• JP-A-06060721 discloses to manufacture a dielectric porcelain so that the mean grain size stays within 0,1 to 0,3 µm, and the grain distribution is contained by 70% or more within the range of mean grain size ± mean grain size · 0,5 µm.
  • SUMMARY OF THE INVENTION
  • It is an object of the present invention to provide a dielectric ceramic exhibiting a superior temperature and electric field characteristic dielectric constant, in which the sintered compact comprises small non-core-shell particles.
    It is another object of the present invention to provide particles leading to thin ceramic layers each having a thickness of 3 µm or less.
    The dielectric ceramic comprises a sintered compact composed of a plurality of particles expressed by a maximum diameter of about 0.5 µm and an average diameter of about 0.1 to 0.3 µm.
    Since the average diameter of particles in the sintered compact is small, i.e., about 0.1 to 0.3 µm, as set forth above, many particles can be stacked with each other in the direction perpendicular to the layer even in a thin layer of about 5 µm or less, resulting in high reliability of the ceramic layer.
  • In a first embodiment of the invention each of the plurality of particles have a uniform composition and a uniform crystal system, and individual said particles have the same composition and crystal system.
    Since each particle of the sintered compact has a uniform composition and crystal system, the ceramic structure is stable during sintering process. Further, its small particle size suppresses the dielectric characteristics of the ceramic and results in superior electric field and temperature characteristics.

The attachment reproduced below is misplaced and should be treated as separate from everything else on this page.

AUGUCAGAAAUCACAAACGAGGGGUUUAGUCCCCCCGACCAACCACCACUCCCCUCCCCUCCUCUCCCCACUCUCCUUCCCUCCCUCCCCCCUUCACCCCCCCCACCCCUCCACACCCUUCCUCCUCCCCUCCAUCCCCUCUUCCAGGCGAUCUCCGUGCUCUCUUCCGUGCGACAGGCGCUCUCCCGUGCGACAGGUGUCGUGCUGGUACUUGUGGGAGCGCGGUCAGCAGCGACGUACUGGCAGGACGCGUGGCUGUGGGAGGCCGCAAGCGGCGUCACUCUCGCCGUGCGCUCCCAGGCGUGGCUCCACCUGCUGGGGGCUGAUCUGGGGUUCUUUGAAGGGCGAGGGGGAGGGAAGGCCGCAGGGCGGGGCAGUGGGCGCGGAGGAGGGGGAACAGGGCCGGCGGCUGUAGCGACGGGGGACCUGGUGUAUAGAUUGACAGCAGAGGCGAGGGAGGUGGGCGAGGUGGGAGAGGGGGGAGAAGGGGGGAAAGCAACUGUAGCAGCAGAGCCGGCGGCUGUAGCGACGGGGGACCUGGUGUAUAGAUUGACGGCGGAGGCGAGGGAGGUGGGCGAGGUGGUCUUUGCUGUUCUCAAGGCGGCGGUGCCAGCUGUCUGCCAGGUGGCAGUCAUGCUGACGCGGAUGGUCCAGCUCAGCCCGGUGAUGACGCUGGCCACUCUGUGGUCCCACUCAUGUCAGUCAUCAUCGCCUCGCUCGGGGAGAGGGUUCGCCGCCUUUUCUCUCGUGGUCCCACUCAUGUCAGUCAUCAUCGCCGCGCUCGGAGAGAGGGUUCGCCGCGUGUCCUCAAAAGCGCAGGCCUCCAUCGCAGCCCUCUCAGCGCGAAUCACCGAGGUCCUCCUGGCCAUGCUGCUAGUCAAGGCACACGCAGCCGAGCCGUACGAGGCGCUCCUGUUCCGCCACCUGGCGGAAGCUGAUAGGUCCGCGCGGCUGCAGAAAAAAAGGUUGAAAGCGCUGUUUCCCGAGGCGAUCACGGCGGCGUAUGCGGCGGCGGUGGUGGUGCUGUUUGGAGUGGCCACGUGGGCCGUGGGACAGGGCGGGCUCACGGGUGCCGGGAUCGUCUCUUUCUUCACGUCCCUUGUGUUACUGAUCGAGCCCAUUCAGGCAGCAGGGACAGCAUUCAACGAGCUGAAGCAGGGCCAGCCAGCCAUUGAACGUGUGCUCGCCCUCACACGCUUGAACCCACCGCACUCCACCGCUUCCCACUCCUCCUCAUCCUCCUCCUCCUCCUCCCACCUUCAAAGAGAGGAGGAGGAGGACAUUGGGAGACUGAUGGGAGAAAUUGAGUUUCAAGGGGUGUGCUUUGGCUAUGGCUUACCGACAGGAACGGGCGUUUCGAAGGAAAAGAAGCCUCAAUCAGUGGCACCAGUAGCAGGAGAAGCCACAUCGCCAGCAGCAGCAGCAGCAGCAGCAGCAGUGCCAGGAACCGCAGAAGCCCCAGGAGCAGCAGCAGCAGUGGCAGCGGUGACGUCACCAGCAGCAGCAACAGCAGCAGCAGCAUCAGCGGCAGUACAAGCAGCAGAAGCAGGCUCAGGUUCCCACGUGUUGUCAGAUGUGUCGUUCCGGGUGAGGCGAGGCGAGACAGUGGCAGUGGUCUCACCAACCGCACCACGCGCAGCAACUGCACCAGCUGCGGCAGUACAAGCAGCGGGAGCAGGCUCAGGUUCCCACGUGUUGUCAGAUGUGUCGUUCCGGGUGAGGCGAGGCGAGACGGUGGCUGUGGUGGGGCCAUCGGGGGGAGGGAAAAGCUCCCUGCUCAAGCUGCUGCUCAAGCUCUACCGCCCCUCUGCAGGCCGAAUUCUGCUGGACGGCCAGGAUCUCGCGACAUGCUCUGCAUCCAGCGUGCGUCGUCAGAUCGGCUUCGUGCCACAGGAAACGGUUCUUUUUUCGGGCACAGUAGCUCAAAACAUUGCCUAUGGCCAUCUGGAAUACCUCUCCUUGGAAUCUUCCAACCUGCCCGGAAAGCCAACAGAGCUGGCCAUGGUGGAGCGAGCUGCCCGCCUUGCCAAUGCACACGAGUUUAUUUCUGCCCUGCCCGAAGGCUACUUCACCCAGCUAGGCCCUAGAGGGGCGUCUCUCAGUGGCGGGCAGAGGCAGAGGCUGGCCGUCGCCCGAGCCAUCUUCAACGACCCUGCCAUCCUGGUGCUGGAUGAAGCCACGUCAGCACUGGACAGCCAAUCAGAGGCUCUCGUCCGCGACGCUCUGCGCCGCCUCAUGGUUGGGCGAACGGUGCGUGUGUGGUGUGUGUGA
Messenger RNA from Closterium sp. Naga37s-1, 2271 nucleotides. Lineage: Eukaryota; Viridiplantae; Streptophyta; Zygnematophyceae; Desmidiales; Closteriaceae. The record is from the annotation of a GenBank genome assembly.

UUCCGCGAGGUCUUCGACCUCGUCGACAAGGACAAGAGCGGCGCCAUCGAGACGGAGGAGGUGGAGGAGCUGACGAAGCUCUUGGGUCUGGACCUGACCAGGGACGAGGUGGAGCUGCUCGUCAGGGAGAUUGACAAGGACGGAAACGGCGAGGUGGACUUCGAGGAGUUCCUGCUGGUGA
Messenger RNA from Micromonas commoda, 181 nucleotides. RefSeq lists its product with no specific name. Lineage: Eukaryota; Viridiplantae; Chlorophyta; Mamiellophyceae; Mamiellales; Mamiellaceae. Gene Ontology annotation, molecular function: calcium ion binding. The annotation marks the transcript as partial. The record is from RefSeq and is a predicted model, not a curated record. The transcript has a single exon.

• In a second embodiment of the invention each of the plurality of particles have a uniform composition and a uniform crystal system, and the sintered compact comprising at least two kinds of said particles may have different compositions.
    Since each particle of the sintered compact has a uniform composition and crystal system, the advantage described above can be realized.
    In conventional core-shell structures, the difference of temperature characteristics on dielectric constant between the core and shell is achieved by adjusting the thickness of the shell diffusion layer which forms during sintering with difficulty. In contrast, in this dielectric ceramic, the temperature characteristics can be readily adjusted by varying the volume ratio of at least two kinds of fine particles having different compositions and dielectric constants, resulting in improvement in quality and reproducibility of the sintered compacts. "Particles having different compositions" include particles having different components and particles having the same components but different ratios. By using particles having different compositions and suppressing interdiffusion and particle growth, excellent electric field and temperature characteristics can be achieved.
  • Further, the dielectric ceramic may have a grain boundary phase having a different composition from said particles. Preferably, the thickness of said grain boundary phase is about 5 nm or less.
    In this dielectric ceramic, the electric field concentrates in the grain boundary phase and the electric field applied to the particles themselves is suppressed, resulting in high particle reliability. Since oxygen diffuses at a high rate within the grain boundary and compensates for oxygen defects which cause low reliability, the reliability is not reduced by concentration of the electric field in the grain boundary. However, in a grain boundary phase of over 5 nm, a grain boundary having a low dielectric constant than the particles causes a large decrease in the dielectric constant of the entire ceramic.